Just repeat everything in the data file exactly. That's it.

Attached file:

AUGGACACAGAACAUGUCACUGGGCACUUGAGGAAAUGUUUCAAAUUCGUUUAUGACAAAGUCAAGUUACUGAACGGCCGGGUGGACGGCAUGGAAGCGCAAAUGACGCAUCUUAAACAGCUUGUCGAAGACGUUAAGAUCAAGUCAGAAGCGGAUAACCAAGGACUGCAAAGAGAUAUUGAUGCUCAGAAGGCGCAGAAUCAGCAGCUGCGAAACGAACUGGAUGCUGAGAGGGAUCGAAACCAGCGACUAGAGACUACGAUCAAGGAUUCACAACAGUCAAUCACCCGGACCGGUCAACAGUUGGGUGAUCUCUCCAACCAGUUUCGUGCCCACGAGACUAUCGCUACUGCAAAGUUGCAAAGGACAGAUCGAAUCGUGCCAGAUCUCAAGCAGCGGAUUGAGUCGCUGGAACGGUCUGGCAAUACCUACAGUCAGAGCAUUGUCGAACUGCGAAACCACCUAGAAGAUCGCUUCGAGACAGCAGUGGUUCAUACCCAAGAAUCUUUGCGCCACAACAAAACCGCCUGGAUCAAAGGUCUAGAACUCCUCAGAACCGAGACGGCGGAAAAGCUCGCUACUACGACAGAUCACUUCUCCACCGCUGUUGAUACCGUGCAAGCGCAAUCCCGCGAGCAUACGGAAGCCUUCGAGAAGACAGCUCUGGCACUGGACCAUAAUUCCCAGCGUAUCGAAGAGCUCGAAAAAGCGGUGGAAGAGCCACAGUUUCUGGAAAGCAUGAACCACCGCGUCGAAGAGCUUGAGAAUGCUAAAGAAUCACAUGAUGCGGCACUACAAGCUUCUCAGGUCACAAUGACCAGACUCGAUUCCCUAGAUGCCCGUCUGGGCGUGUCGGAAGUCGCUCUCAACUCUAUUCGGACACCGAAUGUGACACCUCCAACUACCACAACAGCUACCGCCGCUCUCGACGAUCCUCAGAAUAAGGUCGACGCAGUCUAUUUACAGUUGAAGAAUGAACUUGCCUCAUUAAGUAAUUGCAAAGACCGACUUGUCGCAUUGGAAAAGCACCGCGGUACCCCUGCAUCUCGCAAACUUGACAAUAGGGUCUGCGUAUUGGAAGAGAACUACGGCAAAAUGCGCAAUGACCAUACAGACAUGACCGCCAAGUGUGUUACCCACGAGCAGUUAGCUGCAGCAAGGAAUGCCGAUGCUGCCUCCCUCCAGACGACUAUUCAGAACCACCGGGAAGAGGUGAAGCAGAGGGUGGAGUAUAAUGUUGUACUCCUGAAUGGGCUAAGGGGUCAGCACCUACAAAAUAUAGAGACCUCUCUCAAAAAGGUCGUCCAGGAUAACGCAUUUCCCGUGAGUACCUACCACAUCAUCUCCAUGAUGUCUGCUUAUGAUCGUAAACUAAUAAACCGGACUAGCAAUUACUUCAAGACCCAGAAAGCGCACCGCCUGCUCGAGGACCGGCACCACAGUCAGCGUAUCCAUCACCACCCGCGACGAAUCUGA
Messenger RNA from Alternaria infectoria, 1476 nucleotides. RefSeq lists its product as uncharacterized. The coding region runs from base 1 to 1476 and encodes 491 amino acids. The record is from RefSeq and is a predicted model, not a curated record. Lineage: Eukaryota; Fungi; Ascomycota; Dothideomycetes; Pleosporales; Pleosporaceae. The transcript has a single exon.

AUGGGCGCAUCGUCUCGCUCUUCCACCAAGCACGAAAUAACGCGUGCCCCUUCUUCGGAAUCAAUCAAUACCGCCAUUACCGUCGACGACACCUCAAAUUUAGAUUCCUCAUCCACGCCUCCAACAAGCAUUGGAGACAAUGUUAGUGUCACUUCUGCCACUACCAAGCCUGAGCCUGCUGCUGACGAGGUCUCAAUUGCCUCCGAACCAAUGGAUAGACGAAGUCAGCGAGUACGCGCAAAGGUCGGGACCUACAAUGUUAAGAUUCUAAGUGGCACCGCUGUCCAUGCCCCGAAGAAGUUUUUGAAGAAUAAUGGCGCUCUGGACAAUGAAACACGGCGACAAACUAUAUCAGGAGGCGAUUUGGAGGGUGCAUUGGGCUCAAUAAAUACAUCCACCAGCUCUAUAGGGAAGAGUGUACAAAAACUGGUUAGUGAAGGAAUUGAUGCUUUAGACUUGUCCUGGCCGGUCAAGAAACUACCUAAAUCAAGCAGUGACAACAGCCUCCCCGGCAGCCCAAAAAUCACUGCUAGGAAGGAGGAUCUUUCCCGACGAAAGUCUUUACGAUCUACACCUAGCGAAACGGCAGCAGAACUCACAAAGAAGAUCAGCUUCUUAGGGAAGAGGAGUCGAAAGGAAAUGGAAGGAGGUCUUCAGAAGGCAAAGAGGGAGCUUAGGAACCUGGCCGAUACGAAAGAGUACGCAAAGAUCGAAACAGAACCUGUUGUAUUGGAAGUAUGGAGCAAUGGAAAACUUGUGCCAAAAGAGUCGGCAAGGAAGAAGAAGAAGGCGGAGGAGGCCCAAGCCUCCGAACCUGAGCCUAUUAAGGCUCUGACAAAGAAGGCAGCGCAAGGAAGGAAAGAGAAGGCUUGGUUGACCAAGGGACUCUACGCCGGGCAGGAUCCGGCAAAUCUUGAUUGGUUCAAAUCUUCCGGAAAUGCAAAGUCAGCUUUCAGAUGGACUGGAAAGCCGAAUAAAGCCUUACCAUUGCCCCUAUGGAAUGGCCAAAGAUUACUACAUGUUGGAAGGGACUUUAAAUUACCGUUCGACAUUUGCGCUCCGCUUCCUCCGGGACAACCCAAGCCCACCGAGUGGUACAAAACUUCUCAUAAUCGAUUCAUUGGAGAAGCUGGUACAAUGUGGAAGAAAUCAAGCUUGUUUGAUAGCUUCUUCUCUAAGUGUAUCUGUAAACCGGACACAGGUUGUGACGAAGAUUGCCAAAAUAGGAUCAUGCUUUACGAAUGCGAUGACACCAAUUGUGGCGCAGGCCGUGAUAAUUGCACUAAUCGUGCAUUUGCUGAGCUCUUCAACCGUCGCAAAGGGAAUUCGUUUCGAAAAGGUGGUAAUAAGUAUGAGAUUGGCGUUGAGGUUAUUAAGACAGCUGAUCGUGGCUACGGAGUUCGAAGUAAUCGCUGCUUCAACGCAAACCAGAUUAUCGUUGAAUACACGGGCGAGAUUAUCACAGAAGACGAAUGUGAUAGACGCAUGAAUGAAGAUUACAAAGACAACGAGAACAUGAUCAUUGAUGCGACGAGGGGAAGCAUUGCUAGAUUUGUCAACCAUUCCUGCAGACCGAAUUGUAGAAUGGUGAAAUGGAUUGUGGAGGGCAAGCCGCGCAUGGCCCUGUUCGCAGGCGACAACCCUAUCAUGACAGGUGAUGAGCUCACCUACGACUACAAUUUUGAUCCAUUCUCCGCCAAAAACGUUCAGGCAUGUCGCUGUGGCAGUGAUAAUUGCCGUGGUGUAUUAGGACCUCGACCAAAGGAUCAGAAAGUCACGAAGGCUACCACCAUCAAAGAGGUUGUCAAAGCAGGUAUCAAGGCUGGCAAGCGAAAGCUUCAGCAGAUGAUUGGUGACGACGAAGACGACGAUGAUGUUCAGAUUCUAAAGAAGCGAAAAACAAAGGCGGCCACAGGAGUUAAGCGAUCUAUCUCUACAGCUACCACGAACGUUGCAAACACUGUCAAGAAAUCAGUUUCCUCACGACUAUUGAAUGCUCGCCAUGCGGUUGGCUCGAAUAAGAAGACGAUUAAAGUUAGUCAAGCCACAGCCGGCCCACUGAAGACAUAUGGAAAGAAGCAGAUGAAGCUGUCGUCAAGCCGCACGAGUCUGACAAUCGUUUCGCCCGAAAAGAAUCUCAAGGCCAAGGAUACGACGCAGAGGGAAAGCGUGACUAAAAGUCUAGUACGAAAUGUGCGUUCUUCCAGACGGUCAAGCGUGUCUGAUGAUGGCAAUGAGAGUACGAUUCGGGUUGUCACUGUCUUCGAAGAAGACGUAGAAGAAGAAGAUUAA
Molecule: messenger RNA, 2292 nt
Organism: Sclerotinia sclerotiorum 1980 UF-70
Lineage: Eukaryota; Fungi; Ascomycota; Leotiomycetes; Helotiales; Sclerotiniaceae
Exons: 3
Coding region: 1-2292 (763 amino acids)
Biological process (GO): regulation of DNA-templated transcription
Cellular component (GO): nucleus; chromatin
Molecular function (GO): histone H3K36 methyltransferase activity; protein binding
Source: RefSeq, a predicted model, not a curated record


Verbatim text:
AUGGACACAGAACAUGUCACUGGGCACUUGAGGAAAUGUUUCAAAUUCGUUUAUGACAAAGUCAAGUUACUGAACGGCCGGGUGGACGGCAUGGAAGCGCAAAUGACGCAUCUUAAACAGCUUGUCGAAGACGUUAAGAUCAAGUCAGAAGCGGAUAACCAAGGACUGCAAAGAGAUAUUGAUGCUCAGAAGGCGCAGAAUCAGCAGCUGCGAAACGAACUGGAUGCUGAGAGGGAUCGAAACCAGCGACUAGAGACUACGAUCAAGGAUUCACAACAGUCAAUCACCCGGACCGGUCAACAGUUGGGUGAUCUCUCCAACCAGUUUCGUGCCCACGAGACUAUCGCUACUGCAAAGUUGCAAAGGACAGAUCGAAUCGUGCCAGAUCUCAAGCAGCGGAUUGAGUCGCUGGAACGGUCUGGCAAUACCUACAGUCAGAGCAUUGUCGAACUGCGAAACCACCUAGAAGAUCGCUUCGAGACAGCAGUGGUUCAUACCCAAGAAUCUUUGCGCCACAACAAAACCGCCUGGAUCAAAGGUCUAGAACUCCUCAGAACCGAGACGGCGGAAAAGCUCGCUACUACGACAGAUCACUUCUCCACCGCUGUUGAUACCGUGCAAGCGCAAUCCCGCGAGCAUACGGAAGCCUUCGAGAAGACAGCUCUGGCACUGGACCAUAAUUCCCAGCGUAUCGAAGAGCUCGAAAAAGCGGUGGAAGAGCCACAGUUUCUGGAAAGCAUGAACCACCGCGUCGAAGAGCUUGAGAAUGCUAAAGAAUCACAUGAUGCGGCACUACAAGCUUCUCAGGUCACAAUGACCAGACUCGAUUCCCUAGAUGCCCGUCUGGGCGUGUCGGAAGUCGCUCUCAACUCUAUUCGGACACCGAAUGUGACACCUCCAACUACCACAACAGCUACCGCCGCUCUCGACGAUCCUCAGAAUAAGGUCGACGCAGUCUAUUUACAGUUGAAGAAUGAACUUGCCUCAUUAAGUAAUUGCAAAGACCGACUUGUCGCAUUGGAAAAGCACCGCGGUACCCCUGCAUCUCGCAAACUUGACAAUAGGGUCUGCGUAUUGGAAGAGAACUACGGCAAAAUGCGCAAUGACCAUACAGACAUGACCGCCAAGUGUGUUACCCACGAGCAGUUAGCUGCAGCAAGGAAUGCCGAUGCUGCCUCCCUCCAGACGACUAUUCAGAACCACCGGGAAGAGGUGAAGCAGAGGGUGGAGUAUAAUGUUGUACUCCUGAAUGGGCUAAGGGGUCAGCACCUACAAAAUAUAGAGACCUCUCUCAAAAAGGUCGUCCAGGAUAACGCAUUUCCCGUGAGUACCUACCACAUCAUCUCCAUGAUGUCUGCUUAUGAUCGUAAACUAAUAAACCGGACUAGCAAUUACUUCAAGACCCAGAAAGCGCACCGCCUGCUCGAGGACCGGCACCACAGUCAGCGUAUCCAUCACCACCCGCGACGAAUCUGA
Messenger RNA from Alternaria infectoria, 1476 nucleotides. RefSeq lists its product as uncharacterized. The coding region runs from base 1 to 1476 and encodes 491 amino acids. The record is from RefSeq and is a predicted model, not a curated record. Lineage: Eukaryota; Fungi; Ascomycota; Dothideomycetes; Pleosporales; Pleosporaceae. The transcript has a single exon.

AUGGGCGCAUCGUCUCGCUCUUCCACCAAGCACGAAAUAACGCGUGCCCCUUCUUCGGAAUCAAUCAAUACCGCCAUUACCGUCGACGACACCUCAAAUUUAGAUUCCUCAUCCACGCCUCCAACAAGCAUUGGAGACAAUGUUAGUGUCACUUCUGCCACUACCAAGCCUGAGCCUGCUGCUGACGAGGUCUCAAUUGCCUCCGAACCAAUGGAUAGACGAAGUCAGCGAGUACGCGCAAAGGUCGGGACCUACAAUGUUAAGAUUCUAAGUGGCACCGCUGUCCAUGCCCCGAAGAAGUUUUUGAAGAAUAAUGGCGCUCUGGACAAUGAAACACGGCGACAAACUAUAUCAGGAGGCGAUUUGGAGGGUGCAUUGGGCUCAAUAAAUACAUCCACCAGCUCUAUAGGGAAGAGUGUACAAAAACUGGUUAGUGAAGGAAUUGAUGCUUUAGACUUGUCCUGGCCGGUCAAGAAACUACCUAAAUCAAGCAGUGACAACAGCCUCCCCGGCAGCCCAAAAAUCACUGCUAGGAAGGAGGAUCUUUCCCGACGAAAGUCUUUACGAUCUACACCUAGCGAAACGGCAGCAGAACUCACAAAGAAGAUCAGCUUCUUAGGGAAGAGGAGUCGAAAGGAAAUGGAAGGAGGUCUUCAGAAGGCAAAGAGGGAGCUUAGGAACCUGGCCGAUACGAAAGAGUACGCAAAGAUCGAAACAGAACCUGUUGUAUUGGAAGUAUGGAGCAAUGGAAAACUUGUGCCAAAAGAGUCGGCAAGGAAGAAGAAGAAGGCGGAGGAGGCCCAAGCCUCCGAACCUGAGCCUAUUAAGGCUCUGACAAAGAAGGCAGCGCAAGGAAGGAAAGAGAAGGCUUGGUUGACCAAGGGACUCUACGCCGGGCAGGAUCCGGCAAAUCUUGAUUGGUUCAAAUCUUCCGGAAAUGCAAAGUCAGCUUUCAGAUGGACUGGAAAGCCGAAUAAAGCCUUACCAUUGCCCCUAUGGAAUGGCCAAAGAUUACUACAUGUUGGAAGGGACUUUAAAUUACCGUUCGACAUUUGCGCUCCGCUUCCUCCGGGACAACCCAAGCCCACCGAGUGGUACAAAACUUCUCAUAAUCGAUUCAUUGGAGAAGCUGGUACAAUGUGGAAGAAAUCAAGCUUGUUUGAUAGCUUCUUCUCUAAGUGUAUCUGUAAACCGGACACAGGUUGUGACGAAGAUUGCCAAAAUAGGAUCAUGCUUUACGAAUGCGAUGACACCAAUUGUGGCGCAGGCCGUGAUAAUUGCACUAAUCGUGCAUUUGCUGAGCUCUUCAACCGUCGCAAAGGGAAUUCGUUUCGAAAAGGUGGUAAUAAGUAUGAGAUUGGCGUUGAGGUUAUUAAGACAGCUGAUCGUGGCUACGGAGUUCGAAGUAAUCGCUGCUUCAACGCAAACCAGAUUAUCGUUGAAUACACGGGCGAGAUUAUCACAGAAGACGAAUGUGAUAGACGCAUGAAUGAAGAUUACAAAGACAACGAGAACAUGAUCAUUGAUGCGACGAGGGGAAGCAUUGCUAGAUUUGUCAACCAUUCCUGCAGACCGAAUUGUAGAAUGGUGAAAUGGAUUGUGGAGGGCAAGCCGCGCAUGGCCCUGUUCGCAGGCGACAACCCUAUCAUGACAGGUGAUGAGCUCACCUACGACUACAAUUUUGAUCCAUUCUCCGCCAAAAACGUUCAGGCAUGUCGCUGUGGCAGUGAUAAUUGCCGUGGUGUAUUAGGACCUCGACCAAAGGAUCAGAAAGUCACGAAGGCUACCACCAUCAAAGAGGUUGUCAAAGCAGGUAUCAAGGCUGGCAAGCGAAAGCUUCAGCAGAUGAUUGGUGACGACGAAGACGACGAUGAUGUUCAGAUUCUAAAGAAGCGAAAAACAAAGGCGGCCACAGGAGUUAAGCGAUCUAUCUCUACAGCUACCACGAACGUUGCAAACACUGUCAAGAAAUCAGUUUCCUCACGACUAUUGAAUGCUCGCCAUGCGGUUGGCUCGAAUAAGAAGACGAUUAAAGUUAGUCAAGCCACAGCCGGCCCACUGAAGACAUAUGGAAAGAAGCAGAUGAAGCUGUCGUCAAGCCGCACGAGUCUGACAAUCGUUUCGCCCGAAAAGAAUCUCAAGGCCAAGGAUACGACGCAGAGGGAAAGCGUGACUAAAAGUCUAGUACGAAAUGUGCGUUCUUCCAGACGGUCAAGCGUGUCUGAUGAUGGCAAUGAGAGUACGAUUCGGGUUGUCACUGUCUUCGAAGAAGACGUAGAAGAAGAAGAUUAA
Molecule: messenger RNA, 2292 nt
Organism: Sclerotinia sclerotiorum 1980 UF-70
Lineage: Eukaryota; Fungi; Ascomycota; Leotiomycetes; Helotiales; Sclerotiniaceae
Exons: 3
Coding region: 1-2292 (763 amino acids)
Biological process (GO): regulation of DNA-templated transcription
Cellular component (GO): nucleus; chromatin
Molecular function (GO): histone H3K36 methyltransferase activity; protein binding
Source: RefSeq, a predicted model, not a curated record